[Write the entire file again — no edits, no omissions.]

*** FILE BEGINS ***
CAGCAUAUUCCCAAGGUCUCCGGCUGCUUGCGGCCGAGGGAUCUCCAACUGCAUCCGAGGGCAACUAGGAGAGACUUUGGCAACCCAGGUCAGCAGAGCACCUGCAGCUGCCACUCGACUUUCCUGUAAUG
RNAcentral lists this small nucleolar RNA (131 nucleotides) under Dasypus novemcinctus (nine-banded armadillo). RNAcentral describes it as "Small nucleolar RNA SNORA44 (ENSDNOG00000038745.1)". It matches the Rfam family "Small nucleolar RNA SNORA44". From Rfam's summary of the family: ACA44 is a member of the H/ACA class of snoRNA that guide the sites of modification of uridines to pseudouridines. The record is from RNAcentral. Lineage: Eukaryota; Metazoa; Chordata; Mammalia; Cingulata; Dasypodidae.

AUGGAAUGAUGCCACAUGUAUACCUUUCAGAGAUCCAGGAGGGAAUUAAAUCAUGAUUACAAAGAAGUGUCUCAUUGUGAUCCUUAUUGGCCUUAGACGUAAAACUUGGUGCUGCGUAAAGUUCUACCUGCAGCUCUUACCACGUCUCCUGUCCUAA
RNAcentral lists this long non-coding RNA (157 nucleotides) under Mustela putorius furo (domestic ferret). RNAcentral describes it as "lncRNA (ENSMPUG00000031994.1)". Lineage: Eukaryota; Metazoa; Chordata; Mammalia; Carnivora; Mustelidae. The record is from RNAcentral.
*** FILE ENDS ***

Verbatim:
CAGCAUAUUCCCAAGGUCUCCGGCUGCUUGCGGCCGAGGGAUCUCCAACUGCAUCCGAGGGCAACUAGGAGAGACUUUGGCAACCCAGGUCAGCAGAGCACCUGCAGCUGCCACUCGACUUUCCUGUAAUG
RNAcentral lists this small nucleolar RNA (131 nucleotides) under Dasypus novemcinctus (nine-banded armadillo). RNAcentral describes it as "Small nucleolar RNA SNORA44 (ENSDNOG00000038745.1)". It matches the Rfam family "Small nucleolar RNA SNORA44". From Rfam's summary of the family: ACA44 is a member of the H/ACA class of snoRNA that guide the sites of modification of uridines to pseudouridines. The record is from RNAcentral. Lineage: Eukaryota; Metazoa; Chordata; Mammalia; Cingulata; Dasypodidae.

AUGGAAUGAUGCCACAUGUAUACCUUUCAGAGAUCCAGGAGGGAAUUAAAUCAUGAUUACAAAGAAGUGUCUCAUUGUGAUCCUUAUUGGCCUUAGACGUAAAACUUGGUGCUGCGUAAAGUUCUACCUGCAGCUCUUACCACGUCUCCUGUCCUAA
RNAcentral lists this long non-coding RNA (157 nucleotides) under Mustela putorius furo (domestic ferret). RNAcentral describes it as "lncRNA (ENSMPUG00000031994.1)". Lineage: Eukaryota; Metazoa; Chordata; Mammalia; Carnivora; Mustelidae. The record is from RNAcentral.